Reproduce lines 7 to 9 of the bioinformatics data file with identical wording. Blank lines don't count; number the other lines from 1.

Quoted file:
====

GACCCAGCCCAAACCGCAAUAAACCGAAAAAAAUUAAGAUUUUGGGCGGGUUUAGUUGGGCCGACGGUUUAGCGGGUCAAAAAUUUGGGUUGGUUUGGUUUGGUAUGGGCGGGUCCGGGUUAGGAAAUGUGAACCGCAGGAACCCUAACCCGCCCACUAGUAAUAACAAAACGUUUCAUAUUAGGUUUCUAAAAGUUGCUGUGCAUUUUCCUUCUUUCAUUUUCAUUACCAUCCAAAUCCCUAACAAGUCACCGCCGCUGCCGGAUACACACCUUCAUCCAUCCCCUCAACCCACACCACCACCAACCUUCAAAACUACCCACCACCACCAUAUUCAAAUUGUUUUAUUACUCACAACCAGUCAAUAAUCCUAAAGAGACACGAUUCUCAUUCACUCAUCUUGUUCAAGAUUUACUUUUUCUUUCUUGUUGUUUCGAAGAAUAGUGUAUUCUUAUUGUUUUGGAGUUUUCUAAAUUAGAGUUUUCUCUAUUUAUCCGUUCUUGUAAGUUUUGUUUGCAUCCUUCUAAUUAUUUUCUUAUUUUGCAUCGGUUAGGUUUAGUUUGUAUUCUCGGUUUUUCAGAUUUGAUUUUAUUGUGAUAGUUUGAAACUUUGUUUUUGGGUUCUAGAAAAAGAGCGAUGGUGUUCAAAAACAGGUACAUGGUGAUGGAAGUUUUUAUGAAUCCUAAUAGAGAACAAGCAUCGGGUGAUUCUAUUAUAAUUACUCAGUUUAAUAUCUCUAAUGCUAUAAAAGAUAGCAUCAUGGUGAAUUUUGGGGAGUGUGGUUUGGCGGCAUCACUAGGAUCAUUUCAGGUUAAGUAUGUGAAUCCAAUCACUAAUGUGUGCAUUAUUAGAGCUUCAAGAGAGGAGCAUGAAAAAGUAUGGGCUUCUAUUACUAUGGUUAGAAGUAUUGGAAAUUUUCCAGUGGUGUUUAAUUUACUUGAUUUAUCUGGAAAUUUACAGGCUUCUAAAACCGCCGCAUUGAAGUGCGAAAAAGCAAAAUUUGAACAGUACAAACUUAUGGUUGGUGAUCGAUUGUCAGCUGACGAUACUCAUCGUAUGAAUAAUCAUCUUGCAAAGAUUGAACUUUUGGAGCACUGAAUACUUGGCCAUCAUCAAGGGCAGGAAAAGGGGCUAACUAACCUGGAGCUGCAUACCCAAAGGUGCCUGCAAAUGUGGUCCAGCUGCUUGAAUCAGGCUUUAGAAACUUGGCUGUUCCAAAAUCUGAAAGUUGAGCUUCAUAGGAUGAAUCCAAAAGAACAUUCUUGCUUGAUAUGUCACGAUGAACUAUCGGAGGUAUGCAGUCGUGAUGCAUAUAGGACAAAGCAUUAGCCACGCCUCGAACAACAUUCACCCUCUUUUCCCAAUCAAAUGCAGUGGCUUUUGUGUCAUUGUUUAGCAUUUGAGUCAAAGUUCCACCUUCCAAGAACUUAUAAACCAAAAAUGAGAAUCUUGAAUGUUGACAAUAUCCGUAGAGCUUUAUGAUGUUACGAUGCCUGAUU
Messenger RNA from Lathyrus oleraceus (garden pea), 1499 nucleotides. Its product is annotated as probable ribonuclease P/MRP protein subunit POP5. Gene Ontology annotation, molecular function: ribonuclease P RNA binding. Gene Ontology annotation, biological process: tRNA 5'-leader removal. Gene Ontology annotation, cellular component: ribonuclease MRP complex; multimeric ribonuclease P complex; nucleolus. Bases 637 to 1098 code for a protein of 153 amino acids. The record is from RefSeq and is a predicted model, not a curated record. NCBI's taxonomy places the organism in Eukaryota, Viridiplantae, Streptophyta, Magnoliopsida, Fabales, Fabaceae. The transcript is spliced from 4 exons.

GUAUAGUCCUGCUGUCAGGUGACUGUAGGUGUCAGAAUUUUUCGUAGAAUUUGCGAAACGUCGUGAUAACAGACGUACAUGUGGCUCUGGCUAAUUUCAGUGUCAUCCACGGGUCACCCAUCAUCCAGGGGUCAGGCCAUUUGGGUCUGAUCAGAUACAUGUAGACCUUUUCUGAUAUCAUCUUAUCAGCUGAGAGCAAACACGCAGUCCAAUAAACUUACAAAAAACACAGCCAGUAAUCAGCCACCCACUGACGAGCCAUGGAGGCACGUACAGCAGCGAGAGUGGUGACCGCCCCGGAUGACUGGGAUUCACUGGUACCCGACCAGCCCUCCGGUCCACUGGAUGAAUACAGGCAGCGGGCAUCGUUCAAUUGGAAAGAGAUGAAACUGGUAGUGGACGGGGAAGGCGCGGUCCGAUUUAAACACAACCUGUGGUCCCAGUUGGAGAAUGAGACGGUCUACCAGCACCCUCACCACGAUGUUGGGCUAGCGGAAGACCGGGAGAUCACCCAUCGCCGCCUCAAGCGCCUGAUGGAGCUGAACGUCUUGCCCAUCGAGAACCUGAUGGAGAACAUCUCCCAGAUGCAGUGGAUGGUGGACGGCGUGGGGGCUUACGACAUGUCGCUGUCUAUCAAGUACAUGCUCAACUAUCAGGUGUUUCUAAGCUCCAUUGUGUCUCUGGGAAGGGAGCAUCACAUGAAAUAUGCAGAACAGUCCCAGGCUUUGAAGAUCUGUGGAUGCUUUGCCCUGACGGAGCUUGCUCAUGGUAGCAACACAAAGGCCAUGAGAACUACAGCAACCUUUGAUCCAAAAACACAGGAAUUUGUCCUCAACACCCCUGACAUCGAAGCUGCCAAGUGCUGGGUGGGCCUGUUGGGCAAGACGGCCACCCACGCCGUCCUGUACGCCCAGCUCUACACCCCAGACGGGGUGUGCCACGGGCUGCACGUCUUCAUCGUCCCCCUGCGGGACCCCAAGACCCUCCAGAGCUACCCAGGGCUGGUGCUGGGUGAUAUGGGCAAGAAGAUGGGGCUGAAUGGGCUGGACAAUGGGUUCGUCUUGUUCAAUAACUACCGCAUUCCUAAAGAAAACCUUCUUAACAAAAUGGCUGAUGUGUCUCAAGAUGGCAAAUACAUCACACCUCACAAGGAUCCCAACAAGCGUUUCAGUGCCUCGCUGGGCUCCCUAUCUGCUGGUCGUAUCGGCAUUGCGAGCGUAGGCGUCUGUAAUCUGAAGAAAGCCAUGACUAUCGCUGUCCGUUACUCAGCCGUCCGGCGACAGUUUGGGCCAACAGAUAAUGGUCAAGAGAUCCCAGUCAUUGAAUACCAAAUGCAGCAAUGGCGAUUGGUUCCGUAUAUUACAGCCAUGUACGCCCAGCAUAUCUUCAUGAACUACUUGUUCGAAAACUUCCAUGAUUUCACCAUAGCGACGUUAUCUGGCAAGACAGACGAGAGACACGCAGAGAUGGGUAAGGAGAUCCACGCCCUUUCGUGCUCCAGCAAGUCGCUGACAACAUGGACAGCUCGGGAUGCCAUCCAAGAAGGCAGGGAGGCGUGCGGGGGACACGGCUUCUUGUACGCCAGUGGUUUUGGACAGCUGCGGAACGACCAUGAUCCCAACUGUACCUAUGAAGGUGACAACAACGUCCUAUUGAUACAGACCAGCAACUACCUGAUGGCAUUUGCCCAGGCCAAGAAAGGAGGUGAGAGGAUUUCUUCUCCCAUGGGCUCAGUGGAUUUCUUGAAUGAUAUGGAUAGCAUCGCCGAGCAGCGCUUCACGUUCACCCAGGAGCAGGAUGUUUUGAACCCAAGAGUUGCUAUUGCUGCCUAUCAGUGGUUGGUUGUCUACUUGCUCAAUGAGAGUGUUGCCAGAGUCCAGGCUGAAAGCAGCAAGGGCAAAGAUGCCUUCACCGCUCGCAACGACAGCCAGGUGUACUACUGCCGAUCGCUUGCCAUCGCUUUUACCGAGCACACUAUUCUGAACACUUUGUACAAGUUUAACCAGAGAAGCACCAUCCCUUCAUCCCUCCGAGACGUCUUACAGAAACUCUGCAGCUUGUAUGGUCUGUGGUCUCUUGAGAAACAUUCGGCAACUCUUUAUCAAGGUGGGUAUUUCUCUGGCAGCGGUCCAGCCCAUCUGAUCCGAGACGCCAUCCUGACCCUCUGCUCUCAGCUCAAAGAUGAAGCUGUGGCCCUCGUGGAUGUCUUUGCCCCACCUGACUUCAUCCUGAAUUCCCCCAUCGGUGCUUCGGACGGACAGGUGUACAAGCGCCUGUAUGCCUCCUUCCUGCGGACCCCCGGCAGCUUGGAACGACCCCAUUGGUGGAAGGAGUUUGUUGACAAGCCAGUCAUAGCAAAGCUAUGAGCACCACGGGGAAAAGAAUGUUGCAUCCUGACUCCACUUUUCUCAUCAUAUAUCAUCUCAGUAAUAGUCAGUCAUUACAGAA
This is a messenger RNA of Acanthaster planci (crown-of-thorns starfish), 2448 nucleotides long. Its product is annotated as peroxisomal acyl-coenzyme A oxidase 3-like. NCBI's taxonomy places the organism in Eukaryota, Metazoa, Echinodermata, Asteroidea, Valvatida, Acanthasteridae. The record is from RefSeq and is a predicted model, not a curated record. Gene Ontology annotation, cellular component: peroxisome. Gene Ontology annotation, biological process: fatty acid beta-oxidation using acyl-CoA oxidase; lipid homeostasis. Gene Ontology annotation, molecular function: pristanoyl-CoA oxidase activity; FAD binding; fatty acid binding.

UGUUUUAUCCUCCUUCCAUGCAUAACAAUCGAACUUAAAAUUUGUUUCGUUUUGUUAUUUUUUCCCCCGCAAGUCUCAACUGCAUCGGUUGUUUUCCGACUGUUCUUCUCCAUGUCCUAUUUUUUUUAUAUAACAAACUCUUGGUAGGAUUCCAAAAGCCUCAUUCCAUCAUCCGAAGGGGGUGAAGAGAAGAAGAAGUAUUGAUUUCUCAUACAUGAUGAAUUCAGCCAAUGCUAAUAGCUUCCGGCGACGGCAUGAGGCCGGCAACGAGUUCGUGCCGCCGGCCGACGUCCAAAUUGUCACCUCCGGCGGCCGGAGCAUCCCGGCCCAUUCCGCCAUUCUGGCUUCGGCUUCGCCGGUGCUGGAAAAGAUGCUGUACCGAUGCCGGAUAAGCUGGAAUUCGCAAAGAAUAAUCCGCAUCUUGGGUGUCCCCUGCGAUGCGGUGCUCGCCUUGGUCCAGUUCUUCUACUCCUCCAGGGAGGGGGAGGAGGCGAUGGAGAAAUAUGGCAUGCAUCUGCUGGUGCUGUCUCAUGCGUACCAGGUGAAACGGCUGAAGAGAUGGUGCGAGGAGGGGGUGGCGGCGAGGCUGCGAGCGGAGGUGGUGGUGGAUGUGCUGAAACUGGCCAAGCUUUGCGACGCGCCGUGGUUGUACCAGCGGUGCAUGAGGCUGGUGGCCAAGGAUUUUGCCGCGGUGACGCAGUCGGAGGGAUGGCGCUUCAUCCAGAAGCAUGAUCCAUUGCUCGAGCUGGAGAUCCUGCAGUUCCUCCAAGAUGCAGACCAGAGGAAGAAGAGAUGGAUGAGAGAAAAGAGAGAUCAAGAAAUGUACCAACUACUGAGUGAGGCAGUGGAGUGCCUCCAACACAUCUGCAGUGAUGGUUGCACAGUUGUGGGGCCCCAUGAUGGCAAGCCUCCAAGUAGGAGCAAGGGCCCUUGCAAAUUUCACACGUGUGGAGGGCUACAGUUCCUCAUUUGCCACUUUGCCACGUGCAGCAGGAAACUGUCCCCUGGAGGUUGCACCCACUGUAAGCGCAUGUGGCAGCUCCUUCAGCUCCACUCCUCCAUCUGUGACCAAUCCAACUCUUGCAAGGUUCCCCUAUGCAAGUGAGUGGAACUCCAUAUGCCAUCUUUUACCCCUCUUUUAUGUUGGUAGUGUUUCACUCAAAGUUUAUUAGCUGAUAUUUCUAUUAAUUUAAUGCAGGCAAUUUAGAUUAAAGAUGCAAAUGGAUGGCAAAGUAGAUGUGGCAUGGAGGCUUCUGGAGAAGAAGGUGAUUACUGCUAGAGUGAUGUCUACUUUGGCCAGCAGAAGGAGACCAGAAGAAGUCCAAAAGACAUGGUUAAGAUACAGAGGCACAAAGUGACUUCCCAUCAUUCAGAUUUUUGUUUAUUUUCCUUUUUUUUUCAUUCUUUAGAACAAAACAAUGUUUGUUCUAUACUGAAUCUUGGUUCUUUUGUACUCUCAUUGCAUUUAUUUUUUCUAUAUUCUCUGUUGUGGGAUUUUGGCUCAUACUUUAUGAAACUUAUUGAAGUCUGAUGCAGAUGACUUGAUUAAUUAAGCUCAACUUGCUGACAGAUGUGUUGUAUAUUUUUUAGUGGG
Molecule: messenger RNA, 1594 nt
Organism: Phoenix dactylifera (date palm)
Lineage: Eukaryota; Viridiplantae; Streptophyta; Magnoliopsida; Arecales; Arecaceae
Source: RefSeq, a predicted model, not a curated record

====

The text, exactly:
Organism: Phoenix dactylifera (date palm)
Lineage: Eukaryota; Viridiplantae; Streptophyta; Magnoliopsida; Arecales; Arecaceae
Source: RefSeq, a predicted model, not a curated record